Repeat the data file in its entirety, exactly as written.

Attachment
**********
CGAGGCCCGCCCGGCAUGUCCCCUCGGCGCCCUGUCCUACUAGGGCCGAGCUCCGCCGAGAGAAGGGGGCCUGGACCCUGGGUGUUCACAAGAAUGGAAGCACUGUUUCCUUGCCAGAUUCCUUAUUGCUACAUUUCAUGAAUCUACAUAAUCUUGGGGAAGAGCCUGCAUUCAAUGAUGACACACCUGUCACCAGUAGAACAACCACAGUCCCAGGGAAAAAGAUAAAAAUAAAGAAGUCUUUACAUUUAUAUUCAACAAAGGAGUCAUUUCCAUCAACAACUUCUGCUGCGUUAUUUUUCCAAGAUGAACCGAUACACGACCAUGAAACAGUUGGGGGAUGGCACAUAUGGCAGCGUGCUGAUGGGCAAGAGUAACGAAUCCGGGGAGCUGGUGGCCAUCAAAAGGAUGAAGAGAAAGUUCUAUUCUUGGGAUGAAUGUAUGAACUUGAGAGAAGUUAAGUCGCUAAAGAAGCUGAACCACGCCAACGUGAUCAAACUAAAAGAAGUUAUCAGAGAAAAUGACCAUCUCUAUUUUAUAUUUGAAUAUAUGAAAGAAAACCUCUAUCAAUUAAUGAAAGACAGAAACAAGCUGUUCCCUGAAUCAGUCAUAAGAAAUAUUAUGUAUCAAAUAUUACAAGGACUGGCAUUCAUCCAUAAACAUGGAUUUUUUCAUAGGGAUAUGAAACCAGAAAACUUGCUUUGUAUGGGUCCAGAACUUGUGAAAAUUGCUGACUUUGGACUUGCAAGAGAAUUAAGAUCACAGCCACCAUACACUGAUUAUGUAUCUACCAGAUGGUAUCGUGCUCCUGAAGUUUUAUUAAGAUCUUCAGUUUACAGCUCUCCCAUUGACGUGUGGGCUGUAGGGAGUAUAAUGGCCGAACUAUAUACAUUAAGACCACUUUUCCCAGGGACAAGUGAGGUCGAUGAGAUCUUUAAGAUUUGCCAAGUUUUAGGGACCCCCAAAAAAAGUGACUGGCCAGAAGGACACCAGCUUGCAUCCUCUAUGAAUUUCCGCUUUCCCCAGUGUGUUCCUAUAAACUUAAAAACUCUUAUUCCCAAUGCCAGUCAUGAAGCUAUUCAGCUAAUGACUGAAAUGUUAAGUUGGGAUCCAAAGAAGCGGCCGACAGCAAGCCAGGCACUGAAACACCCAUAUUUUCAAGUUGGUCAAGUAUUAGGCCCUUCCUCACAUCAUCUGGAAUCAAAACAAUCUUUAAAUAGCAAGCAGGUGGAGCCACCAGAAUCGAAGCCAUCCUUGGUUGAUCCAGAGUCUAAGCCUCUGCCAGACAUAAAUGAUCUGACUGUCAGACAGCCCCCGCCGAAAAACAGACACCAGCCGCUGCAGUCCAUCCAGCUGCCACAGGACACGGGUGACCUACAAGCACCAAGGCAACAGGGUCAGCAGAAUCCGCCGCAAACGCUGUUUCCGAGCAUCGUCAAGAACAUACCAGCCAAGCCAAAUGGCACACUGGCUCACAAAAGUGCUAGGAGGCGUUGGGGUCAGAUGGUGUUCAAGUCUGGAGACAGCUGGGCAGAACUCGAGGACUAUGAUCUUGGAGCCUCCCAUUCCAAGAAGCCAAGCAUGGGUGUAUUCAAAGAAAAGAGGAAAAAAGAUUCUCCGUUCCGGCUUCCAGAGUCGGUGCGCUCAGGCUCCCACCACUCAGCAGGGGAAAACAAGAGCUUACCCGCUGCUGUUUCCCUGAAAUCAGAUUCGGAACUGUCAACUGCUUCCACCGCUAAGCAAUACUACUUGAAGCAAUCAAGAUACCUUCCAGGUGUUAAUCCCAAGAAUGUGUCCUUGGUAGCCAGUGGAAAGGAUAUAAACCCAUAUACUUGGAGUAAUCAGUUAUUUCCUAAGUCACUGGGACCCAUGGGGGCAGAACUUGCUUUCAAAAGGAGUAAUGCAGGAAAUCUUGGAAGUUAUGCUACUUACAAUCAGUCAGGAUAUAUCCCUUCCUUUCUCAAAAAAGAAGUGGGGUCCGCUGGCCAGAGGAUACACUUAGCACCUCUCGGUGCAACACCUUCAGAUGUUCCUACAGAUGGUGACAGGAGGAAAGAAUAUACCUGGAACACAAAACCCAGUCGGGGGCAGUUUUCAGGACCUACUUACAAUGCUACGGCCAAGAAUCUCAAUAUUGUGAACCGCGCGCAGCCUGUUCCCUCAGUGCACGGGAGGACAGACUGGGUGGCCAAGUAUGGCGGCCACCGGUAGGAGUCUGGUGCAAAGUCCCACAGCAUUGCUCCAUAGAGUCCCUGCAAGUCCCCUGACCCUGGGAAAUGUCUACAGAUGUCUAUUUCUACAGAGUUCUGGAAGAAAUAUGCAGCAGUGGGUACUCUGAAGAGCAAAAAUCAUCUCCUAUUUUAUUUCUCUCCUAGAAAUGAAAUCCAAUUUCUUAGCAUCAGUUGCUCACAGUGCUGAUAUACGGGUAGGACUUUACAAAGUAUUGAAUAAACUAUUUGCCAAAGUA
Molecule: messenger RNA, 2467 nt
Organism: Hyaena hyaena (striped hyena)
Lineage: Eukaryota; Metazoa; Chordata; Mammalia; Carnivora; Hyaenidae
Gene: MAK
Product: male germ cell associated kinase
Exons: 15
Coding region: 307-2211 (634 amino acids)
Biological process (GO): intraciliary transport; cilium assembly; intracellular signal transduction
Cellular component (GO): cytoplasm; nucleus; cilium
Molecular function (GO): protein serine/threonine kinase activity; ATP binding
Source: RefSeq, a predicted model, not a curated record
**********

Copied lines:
CGAGGCCCGCCCGGCAUGUCCCCUCGGCGCCCUGUCCUACUAGGGCCGAGCUCCGCCGAGAGAAGGGGGCCUGGACCCUGGGUGUUCACAAGAAUGGAAGCACUGUUUCCUUGCCAGAUUCCUUAUUGCUACAUUUCAUGAAUCUACAUAAUCUUGGGGAAGAGCCUGCAUUCAAUGAUGACACACCUGUCACCAGUAGAACAACCACAGUCCCAGGGAAAAAGAUAAAAAUAAAGAAGUCUUUACAUUUAUAUUCAACAAAGGAGUCAUUUCCAUCAACAACUUCUGCUGCGUUAUUUUUCCAAGAUGAACCGAUACACGACCAUGAAACAGUUGGGGGAUGGCACAUAUGGCAGCGUGCUGAUGGGCAAGAGUAACGAAUCCGGGGAGCUGGUGGCCAUCAAAAGGAUGAAGAGAAAGUUCUAUUCUUGGGAUGAAUGUAUGAACUUGAGAGAAGUUAAGUCGCUAAAGAAGCUGAACCACGCCAACGUGAUCAAACUAAAAGAAGUUAUCAGAGAAAAUGACCAUCUCUAUUUUAUAUUUGAAUAUAUGAAAGAAAACCUCUAUCAAUUAAUGAAAGACAGAAACAAGCUGUUCCCUGAAUCAGUCAUAAGAAAUAUUAUGUAUCAAAUAUUACAAGGACUGGCAUUCAUCCAUAAACAUGGAUUUUUUCAUAGGGAUAUGAAACCAGAAAACUUGCUUUGUAUGGGUCCAGAACUUGUGAAAAUUGCUGACUUUGGACUUGCAAGAGAAUUAAGAUCACAGCCACCAUACACUGAUUAUGUAUCUACCAGAUGGUAUCGUGCUCCUGAAGUUUUAUUAAGAUCUUCAGUUUACAGCUCUCCCAUUGACGUGUGGGCUGUAGGGAGUAUAAUGGCCGAACUAUAUACAUUAAGACCACUUUUCCCAGGGACAAGUGAGGUCGAUGAGAUCUUUAAGAUUUGCCAAGUUUUAGGGACCCCCAAAAAAAGUGACUGGCCAGAAGGACACCAGCUUGCAUCCUCUAUGAAUUUCCGCUUUCCCCAGUGUGUUCCUAUAAACUUAAAAACUCUUAUUCCCAAUGCCAGUCAUGAAGCUAUUCAGCUAAUGACUGAAAUGUUAAGUUGGGAUCCAAAGAAGCGGCCGACAGCAAGCCAGGCACUGAAACACCCAUAUUUUCAAGUUGGUCAAGUAUUAGGCCCUUCCUCACAUCAUCUGGAAUCAAAACAAUCUUUAAAUAGCAAGCAGGUGGAGCCACCAGAAUCGAAGCCAUCCUUGGUUGAUCCAGAGUCUAAGCCUCUGCCAGACAUAAAUGAUCUGACUGUCAGACAGCCCCCGCCGAAAAACAGACACCAGCCGCUGCAGUCCAUCCAGCUGCCACAGGACACGGGUGACCUACAAGCACCAAGGCAACAGGGUCAGCAGAAUCCGCCGCAAACGCUGUUUCCGAGCAUCGUCAAGAACAUACCAGCCAAGCCAAAUGGCACACUGGCUCACAAAAGUGCUAGGAGGCGUUGGGGUCAGAUGGUGUUCAAGUCUGGAGACAGCUGGGCAGAACUCGAGGACUAUGAUCUUGGAGCCUCCCAUUCCAAGAAGCCAAGCAUGGGUGUAUUCAAAGAAAAGAGGAAAAAAGAUUCUCCGUUCCGGCUUCCAGAGUCGGUGCGCUCAGGCUCCCACCACUCAGCAGGGGAAAACAAGAGCUUACCCGCUGCUGUUUCCCUGAAAUCAGAUUCGGAACUGUCAACUGCUUCCACCGCUAAGCAAUACUACUUGAAGCAAUCAAGAUACCUUCCAGGUGUUAAUCCCAAGAAUGUGUCCUUGGUAGCCAGUGGAAAGGAUAUAAACCCAUAUACUUGGAGUAAUCAGUUAUUUCCUAAGUCACUGGGACCCAUGGGGGCAGAACUUGCUUUCAAAAGGAGUAAUGCAGGAAAUCUUGGAAGUUAUGCUACUUACAAUCAGUCAGGAUAUAUCCCUUCCUUUCUCAAAAAAGAAGUGGGGUCCGCUGGCCAGAGGAUACACUUAGCACCUCUCGGUGCAACACCUUCAGAUGUUCCUACAGAUGGUGACAGGAGGAAAGAAUAUACCUGGAACACAAAACCCAGUCGGGGGCAGUUUUCAGGACCUACUUACAAUGCUACGGCCAAGAAUCUCAAUAUUGUGAACCGCGCGCAGCCUGUUCCCUCAGUGCACGGGAGGACAGACUGGGUGGCCAAGUAUGGCGGCCACCGGUAGGAGUCUGGUGCAAAGUCCCACAGCAUUGCUCCAUAGAGUCCCUGCAAGUCCCCUGACCCUGGGAAAUGUCUACAGAUGUCUAUUUCUACAGAGUUCUGGAAGAAAUAUGCAGCAGUGGGUACUCUGAAGAGCAAAAAUCAUCUCCUAUUUUAUUUCUCUCCUAGAAAUGAAAUCCAAUUUCUUAGCAUCAGUUGCUCACAGUGCUGAUAUACGGGUAGGACUUUACAAAGUAUUGAAUAAACUAUUUGCCAAAGUA
Molecule: messenger RNA, 2467 nt
Organism: Hyaena hyaena (striped hyena)
Lineage: Eukaryota; Metazoa; Chordata; Mammalia; Carnivora; Hyaenidae
Gene: MAK
Product: male germ cell associated kinase
Exons: 15
Coding region: 307-2211 (634 amino acids)
Biological process (GO): intraciliary transport; cilium assembly; intracellular signal transduction
Cellular component (GO): cytoplasm; nucleus; cilium
Molecular function (GO): protein serine/threonine kinase activity; ATP binding
Source: RefSeq, a predicted model, not a curated record